Summer Rayne Oakes may have first gained recognition in the modeling world, but she’s more than a pretty face. When she’s not strutting down the catwalk, the multitasking multihyphenate is an author, a shoe designer, and a social entrepreneur. The thread that ties these disparate enterprises together becomes apparent with Oakes’ latest endeavor: Source4Style, a trade-only online marketplace that allows designers to find, compare, and buy sustainable textiles from a network of global suppliers at the touch of a button. Earlier this month, we snuck a peek at the upcoming site during a cupcake-filled preview in Brooklyn. Better yet, we managed to sidle up to Oakes herself to glean her thoughts about S4, sustainable fashion, and why community matters.


S4, which is currently in beta and invitation-only, didn’t begin on a whim. When Oakes and her team started their research last fall, they uncovered that up to 85 percent of a designer’s time is spent sourcing fabric, rather than designing. “I think that’s ludicrous,” she tells Ecouterre. “No matter how big or small you are, sourcing—especially sustainable sourcing—is a major pain point in the industry. If we can flip that statistic…if we can enable designers to design again by giving them the tools and the information at their fingertips, then we’re doing what we set out to do: We’re making sustainable design possible.”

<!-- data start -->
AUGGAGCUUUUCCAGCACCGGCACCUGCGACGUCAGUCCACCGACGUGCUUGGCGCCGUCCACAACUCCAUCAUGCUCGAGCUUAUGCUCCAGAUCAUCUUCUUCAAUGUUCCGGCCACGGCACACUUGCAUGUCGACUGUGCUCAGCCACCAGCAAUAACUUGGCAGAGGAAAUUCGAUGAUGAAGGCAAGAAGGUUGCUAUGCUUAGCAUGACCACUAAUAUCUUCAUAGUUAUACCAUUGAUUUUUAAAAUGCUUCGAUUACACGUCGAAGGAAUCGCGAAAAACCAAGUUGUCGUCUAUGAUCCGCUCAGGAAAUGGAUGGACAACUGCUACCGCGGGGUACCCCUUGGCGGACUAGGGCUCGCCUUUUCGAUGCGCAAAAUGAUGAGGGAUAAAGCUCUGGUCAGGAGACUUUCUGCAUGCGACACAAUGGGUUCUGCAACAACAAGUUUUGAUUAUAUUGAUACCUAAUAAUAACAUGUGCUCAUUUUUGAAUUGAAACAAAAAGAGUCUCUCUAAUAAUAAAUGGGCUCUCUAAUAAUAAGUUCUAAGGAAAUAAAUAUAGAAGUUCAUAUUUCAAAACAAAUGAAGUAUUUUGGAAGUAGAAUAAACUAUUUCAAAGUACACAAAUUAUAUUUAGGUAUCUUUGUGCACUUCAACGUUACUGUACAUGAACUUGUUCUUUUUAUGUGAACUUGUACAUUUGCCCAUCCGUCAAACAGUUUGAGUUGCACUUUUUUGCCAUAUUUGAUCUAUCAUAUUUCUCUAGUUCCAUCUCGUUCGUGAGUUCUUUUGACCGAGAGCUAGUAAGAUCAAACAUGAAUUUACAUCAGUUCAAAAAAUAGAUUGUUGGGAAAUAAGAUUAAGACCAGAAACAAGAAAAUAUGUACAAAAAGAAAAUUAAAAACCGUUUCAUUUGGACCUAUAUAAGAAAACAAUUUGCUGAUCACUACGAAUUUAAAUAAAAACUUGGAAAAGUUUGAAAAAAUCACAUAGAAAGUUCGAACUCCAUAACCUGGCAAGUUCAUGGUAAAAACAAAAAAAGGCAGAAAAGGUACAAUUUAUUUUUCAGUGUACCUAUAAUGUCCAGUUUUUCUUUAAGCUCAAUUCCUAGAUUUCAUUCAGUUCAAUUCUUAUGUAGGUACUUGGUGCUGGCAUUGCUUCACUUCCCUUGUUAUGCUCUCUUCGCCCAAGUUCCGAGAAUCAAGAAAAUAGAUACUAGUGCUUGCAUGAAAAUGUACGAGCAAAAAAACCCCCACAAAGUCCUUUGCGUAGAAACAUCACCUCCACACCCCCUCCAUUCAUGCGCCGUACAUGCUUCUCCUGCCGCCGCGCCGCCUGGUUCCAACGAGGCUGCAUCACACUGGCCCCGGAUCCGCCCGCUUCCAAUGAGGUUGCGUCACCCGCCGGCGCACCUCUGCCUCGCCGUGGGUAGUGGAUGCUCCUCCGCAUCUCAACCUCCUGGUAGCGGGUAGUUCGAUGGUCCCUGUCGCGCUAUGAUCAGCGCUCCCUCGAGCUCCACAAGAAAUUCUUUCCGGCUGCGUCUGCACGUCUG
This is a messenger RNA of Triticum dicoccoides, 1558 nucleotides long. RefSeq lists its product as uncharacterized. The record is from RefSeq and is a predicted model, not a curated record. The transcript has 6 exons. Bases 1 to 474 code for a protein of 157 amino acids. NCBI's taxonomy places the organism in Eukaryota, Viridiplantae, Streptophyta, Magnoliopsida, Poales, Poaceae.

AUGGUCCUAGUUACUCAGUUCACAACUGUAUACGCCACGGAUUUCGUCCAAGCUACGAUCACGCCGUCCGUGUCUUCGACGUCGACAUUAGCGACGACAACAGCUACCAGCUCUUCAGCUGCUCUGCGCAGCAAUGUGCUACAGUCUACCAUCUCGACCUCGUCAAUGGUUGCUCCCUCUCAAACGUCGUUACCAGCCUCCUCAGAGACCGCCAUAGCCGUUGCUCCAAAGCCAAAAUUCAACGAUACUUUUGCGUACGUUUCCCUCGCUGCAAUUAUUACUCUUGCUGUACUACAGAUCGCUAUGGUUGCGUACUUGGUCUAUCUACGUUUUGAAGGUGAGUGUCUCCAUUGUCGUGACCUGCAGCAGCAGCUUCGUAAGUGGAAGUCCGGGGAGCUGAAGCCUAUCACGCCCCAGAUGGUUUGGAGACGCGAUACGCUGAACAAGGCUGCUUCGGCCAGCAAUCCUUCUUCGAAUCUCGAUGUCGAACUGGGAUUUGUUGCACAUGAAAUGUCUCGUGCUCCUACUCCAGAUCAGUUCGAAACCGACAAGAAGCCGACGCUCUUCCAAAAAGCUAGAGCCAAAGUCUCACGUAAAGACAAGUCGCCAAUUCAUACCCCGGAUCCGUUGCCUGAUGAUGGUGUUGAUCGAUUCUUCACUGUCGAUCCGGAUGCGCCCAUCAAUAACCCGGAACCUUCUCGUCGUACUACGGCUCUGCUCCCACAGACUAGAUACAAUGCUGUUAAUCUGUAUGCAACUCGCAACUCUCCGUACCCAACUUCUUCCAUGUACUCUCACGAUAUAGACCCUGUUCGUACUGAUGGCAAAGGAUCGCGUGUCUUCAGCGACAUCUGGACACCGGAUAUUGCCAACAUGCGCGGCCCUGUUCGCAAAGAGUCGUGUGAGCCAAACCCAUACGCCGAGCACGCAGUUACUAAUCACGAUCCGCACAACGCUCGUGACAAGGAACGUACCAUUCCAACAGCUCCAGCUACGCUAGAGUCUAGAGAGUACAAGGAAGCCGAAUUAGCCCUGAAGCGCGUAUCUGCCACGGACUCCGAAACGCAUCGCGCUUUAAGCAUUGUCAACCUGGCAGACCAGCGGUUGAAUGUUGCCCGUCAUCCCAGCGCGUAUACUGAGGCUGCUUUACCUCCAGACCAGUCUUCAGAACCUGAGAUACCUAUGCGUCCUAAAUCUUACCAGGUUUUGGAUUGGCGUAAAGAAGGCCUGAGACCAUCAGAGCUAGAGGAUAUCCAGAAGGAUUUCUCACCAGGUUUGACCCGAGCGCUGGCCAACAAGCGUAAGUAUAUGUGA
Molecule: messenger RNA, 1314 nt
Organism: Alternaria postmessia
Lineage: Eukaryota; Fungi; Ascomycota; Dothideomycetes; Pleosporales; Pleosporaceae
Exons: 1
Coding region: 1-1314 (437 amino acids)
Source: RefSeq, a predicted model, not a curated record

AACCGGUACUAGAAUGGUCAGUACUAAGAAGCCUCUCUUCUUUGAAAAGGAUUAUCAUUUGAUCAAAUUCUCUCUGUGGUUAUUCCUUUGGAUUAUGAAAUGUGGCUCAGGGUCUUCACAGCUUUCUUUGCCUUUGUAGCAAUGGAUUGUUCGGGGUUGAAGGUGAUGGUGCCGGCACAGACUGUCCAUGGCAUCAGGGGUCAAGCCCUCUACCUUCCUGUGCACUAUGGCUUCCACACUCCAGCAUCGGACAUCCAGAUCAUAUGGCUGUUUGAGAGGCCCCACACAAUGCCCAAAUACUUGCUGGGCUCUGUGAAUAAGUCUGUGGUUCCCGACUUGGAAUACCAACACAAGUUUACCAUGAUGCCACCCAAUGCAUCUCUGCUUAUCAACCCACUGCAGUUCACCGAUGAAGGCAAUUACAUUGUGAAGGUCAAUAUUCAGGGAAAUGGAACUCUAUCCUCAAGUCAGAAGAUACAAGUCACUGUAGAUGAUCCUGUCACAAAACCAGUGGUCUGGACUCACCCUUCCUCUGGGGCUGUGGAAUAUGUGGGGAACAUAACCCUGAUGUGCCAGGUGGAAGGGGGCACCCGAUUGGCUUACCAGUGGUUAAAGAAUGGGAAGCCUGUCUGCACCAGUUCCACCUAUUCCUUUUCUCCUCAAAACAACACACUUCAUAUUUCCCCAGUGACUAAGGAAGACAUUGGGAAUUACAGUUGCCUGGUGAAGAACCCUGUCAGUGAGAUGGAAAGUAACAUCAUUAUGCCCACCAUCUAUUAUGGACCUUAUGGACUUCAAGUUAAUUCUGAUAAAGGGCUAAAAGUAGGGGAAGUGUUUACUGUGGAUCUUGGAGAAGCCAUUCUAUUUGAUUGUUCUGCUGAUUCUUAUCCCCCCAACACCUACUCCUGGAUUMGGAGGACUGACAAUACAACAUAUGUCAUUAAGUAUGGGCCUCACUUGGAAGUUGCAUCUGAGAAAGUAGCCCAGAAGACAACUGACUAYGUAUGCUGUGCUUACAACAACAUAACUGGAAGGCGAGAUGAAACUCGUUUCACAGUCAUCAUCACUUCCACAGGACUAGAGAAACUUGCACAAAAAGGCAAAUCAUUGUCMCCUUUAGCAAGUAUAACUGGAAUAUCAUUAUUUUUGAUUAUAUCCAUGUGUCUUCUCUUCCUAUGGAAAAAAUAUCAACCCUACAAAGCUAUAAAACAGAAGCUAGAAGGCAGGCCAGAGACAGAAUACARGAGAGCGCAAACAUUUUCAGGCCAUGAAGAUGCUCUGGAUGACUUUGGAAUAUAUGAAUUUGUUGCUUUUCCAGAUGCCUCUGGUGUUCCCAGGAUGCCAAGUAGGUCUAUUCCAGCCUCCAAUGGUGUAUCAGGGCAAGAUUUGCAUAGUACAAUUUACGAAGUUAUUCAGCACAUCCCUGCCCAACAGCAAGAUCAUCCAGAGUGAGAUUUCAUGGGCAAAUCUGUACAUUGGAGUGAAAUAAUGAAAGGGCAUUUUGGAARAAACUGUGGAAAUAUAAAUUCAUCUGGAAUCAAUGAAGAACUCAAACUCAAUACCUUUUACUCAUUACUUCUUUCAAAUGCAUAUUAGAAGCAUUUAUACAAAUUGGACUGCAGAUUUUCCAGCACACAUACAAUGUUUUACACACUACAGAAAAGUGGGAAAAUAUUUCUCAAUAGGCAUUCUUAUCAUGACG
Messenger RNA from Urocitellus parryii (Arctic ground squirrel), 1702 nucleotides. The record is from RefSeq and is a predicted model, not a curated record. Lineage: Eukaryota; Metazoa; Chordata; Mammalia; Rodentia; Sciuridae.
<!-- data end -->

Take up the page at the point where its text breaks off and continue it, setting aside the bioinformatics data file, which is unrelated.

Up to 85 percent of a designer’s time is spent sourcing fabric, rather than designing.

Another oft-overlooked aspect of fashion design: community, or more to the point, the power of crowdsourcing. “Sourcing can be a highly individual experience,” Oakes says, “but by creating the infrastructure and access all in one place we’re helping pool what people are looking for in order to help analyze, predict and inform buying trends.”

Source4Style, Summer Rayne Oakes, eco-fashion, sustainable fashion, green fashion, sustainable style, online tools


At the same time, Oakes wants to grant designers and retailers easier access to artisanal groups, their stories, and their products. “Oftentimes these groups have longer lead times because items are created by hand,” she says, “and it’s important for us to share why these items are so special to the greater fashion, interior, and apparel communities.”

S4 is just for designers, but rather a collaborative work-in-progress with them.

But S4, Oakes stresses, isn’t just for designers. Rather, she views it as a collaborative work-in-progress with them. “It’s hard to know what every designer needs until you really sit down and talk with them and say, ‘draw how it’ll work,’ or ‘what would that page look like?'” she notes. In fact, discovering what made designers tick was the entire point of the inaugural Feast & Focus Group. The site, after all, was built for them, so gathering their feedback was foremost on the agenda.

Next on the Summer Rayne Oakes World Domination Tour? Taking S4 (and its cupcake fests) global. “We’ll probably have another one in New York before the end of the year,” Oakes says. “And now we’re planning one out in London to get a more European perspective.”

+ Source4Style